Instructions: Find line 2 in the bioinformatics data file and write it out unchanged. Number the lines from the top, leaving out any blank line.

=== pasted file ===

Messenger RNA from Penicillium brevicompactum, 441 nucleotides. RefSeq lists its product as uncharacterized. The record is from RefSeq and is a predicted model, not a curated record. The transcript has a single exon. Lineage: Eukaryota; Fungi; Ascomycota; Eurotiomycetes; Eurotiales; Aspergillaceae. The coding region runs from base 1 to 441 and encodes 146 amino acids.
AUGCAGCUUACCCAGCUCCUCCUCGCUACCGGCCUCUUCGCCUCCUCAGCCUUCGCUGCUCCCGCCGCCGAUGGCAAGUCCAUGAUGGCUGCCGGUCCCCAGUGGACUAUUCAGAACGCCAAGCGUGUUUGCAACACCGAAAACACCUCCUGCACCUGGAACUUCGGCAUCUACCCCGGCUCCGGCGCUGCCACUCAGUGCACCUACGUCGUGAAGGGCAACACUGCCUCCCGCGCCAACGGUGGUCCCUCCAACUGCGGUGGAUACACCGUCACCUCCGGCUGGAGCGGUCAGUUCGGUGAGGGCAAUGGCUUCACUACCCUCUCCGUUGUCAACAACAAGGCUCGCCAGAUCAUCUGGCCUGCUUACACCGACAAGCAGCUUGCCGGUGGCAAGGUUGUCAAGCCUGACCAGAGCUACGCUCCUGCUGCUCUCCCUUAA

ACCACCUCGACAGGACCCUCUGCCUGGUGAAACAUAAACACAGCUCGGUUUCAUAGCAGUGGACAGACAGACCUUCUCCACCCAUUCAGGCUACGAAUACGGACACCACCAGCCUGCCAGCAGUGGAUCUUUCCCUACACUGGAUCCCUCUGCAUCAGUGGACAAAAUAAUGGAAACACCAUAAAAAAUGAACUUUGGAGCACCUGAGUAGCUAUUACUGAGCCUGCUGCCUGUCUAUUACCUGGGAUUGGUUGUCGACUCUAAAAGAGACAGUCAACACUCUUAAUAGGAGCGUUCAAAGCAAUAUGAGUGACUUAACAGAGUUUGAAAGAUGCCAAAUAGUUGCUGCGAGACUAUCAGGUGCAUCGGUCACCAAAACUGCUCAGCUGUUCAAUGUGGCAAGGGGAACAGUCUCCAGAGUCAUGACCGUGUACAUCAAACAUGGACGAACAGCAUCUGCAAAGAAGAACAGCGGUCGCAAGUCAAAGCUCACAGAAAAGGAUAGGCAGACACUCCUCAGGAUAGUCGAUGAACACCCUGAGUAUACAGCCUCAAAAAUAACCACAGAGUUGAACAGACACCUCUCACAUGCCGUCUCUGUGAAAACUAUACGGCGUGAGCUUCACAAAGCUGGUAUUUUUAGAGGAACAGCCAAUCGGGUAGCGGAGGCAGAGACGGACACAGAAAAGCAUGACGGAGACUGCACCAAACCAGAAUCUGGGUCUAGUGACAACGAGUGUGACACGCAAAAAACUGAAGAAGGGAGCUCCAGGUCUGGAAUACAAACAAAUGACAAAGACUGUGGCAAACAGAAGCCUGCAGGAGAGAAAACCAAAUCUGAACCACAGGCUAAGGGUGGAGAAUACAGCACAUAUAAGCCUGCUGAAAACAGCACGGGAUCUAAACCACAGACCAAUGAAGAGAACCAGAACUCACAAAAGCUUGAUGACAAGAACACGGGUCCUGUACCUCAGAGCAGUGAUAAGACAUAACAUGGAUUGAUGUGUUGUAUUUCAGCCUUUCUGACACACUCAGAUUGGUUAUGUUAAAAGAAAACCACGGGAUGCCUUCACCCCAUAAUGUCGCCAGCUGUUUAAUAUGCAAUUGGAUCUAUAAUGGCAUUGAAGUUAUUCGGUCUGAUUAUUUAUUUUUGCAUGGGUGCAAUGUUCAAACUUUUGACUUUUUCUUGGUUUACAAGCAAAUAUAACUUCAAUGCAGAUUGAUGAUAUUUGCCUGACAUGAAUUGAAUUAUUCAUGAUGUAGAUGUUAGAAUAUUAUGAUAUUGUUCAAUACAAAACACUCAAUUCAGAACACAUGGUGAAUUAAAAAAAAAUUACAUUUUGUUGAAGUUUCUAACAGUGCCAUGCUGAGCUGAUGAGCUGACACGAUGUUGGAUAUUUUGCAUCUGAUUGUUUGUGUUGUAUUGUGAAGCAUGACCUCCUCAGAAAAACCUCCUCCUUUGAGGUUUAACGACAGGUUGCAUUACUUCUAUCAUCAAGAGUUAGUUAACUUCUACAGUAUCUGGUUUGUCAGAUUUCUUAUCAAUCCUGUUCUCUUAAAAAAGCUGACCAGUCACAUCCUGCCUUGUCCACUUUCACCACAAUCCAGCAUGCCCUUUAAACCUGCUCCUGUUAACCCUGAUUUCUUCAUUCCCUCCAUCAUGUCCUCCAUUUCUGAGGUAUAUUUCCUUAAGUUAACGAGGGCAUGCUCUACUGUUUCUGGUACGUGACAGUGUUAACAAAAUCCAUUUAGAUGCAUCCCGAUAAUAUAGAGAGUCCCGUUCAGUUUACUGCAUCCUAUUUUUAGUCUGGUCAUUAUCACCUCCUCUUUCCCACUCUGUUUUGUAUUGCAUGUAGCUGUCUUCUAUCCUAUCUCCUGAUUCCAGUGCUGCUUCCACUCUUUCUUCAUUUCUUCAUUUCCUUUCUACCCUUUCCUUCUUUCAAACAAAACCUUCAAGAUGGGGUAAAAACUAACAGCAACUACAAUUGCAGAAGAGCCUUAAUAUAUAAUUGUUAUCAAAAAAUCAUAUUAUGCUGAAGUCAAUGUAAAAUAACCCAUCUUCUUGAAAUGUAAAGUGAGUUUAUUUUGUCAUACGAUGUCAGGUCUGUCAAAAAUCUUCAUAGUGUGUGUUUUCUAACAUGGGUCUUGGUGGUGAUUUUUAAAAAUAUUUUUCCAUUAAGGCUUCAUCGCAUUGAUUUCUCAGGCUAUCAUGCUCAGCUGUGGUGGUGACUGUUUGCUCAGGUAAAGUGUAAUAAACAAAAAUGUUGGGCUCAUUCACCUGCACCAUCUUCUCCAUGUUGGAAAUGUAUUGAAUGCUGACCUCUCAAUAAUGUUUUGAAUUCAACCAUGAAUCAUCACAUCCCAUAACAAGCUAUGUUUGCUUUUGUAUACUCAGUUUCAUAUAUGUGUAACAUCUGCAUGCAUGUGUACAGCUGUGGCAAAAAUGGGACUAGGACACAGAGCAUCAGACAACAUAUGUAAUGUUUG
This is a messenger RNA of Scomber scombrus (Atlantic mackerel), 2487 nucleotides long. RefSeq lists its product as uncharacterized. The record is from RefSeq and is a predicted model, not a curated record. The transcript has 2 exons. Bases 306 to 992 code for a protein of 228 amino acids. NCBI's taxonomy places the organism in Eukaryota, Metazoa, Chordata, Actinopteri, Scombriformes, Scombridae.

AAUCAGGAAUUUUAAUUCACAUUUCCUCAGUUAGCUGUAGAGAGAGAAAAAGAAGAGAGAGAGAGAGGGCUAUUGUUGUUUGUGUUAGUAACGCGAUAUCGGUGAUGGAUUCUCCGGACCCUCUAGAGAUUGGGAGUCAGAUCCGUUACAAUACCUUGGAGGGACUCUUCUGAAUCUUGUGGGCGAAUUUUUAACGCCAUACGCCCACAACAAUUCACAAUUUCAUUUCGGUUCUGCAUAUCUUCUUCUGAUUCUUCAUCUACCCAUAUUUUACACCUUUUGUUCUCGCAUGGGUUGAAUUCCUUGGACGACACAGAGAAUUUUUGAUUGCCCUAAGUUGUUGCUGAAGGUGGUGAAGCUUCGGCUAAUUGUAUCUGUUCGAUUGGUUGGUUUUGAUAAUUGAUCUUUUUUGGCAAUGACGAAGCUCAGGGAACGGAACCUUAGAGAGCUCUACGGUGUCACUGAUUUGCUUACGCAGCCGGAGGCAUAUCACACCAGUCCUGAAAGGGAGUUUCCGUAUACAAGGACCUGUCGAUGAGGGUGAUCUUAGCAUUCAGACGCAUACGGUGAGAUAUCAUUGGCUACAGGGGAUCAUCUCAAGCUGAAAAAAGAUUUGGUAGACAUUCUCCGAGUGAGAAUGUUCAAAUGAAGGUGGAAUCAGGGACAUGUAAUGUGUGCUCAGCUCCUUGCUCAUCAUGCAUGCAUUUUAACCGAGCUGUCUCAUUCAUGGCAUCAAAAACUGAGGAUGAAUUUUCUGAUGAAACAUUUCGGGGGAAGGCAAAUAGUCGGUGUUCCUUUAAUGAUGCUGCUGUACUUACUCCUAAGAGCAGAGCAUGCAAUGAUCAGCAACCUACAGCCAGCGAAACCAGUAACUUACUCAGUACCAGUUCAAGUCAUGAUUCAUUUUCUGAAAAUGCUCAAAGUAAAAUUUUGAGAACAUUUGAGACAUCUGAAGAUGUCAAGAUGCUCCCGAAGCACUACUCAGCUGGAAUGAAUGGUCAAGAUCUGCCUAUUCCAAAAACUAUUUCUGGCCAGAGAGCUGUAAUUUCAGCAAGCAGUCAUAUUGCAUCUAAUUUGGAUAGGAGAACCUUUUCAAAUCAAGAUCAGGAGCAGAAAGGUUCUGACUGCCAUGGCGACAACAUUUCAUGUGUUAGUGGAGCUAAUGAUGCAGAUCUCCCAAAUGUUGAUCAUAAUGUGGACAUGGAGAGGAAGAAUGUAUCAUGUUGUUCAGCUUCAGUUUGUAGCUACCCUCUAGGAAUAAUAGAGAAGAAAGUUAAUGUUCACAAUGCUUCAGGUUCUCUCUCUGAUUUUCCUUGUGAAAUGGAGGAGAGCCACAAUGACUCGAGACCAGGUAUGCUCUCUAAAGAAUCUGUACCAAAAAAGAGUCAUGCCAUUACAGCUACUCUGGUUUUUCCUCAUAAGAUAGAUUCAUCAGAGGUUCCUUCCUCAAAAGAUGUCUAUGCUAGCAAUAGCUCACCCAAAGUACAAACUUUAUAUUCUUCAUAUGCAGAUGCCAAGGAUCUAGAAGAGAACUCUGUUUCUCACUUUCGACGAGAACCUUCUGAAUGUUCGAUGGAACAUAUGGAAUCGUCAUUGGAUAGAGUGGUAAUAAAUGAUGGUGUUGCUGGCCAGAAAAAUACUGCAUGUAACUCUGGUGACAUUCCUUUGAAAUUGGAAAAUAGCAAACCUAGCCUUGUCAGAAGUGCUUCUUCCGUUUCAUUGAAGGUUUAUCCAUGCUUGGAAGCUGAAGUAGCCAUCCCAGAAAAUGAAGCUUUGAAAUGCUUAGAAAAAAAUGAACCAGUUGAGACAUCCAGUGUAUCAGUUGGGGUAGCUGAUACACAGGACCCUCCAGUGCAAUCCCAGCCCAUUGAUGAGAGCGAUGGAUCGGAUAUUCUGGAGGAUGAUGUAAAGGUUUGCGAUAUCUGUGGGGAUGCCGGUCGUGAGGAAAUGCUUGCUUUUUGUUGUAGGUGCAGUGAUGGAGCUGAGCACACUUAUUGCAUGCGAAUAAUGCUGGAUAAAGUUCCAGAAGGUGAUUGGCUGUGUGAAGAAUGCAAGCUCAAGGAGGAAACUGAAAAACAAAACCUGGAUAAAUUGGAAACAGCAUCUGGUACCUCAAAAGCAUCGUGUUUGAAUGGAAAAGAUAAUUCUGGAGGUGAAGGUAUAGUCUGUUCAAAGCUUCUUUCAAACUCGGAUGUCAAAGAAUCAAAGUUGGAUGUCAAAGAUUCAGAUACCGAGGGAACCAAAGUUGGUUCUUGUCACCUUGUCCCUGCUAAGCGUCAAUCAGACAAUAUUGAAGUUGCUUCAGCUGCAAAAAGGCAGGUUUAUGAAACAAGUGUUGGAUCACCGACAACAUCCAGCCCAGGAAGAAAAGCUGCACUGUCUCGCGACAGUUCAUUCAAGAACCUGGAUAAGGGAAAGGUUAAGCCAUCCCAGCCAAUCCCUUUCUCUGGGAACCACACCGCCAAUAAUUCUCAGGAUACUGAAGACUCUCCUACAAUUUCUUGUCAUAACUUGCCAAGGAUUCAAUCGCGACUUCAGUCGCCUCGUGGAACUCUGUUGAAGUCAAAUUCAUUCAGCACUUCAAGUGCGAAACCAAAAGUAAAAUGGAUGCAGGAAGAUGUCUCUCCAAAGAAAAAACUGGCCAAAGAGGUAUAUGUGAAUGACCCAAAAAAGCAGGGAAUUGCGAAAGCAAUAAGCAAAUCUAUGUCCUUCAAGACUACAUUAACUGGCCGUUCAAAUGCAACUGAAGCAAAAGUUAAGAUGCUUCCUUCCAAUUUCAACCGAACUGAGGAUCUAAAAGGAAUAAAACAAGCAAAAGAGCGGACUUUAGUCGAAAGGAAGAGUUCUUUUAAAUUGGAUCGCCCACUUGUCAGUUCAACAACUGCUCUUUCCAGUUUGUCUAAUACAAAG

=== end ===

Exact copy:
AUGCAGCUUACCCAGCUCCUCCUCGCUACCGGCCUCUUCGCCUCCUCAGCCUUCGCUGCUCCCGCCGCCGAUGGCAAGUCCAUGAUGGCUGCCGGUCCCCAGUGGACUAUUCAGAACGCCAAGCGUGUUUGCAACACCGAAAACACCUCCUGCACCUGGAACUUCGGCAUCUACCCCGGCUCCGGCGCUGCCACUCAGUGCACCUACGUCGUGAAGGGCAACACUGCCUCCCGCGCCAACGGUGGUCCCUCCAACUGCGGUGGAUACACCGUCACCUCCGGCUGGAGCGGUCAGUUCGGUGAGGGCAAUGGCUUCACUACCCUCUCCGUUGUCAACAACAAGGCUCGCCAGAUCAUCUGGCCUGCUUACACCGACAAGCAGCUUGCCGGUGGCAAGGUUGUCAAGCCUGACCAGAGCUACGCUCCUGCUGCUCUCCCUUAA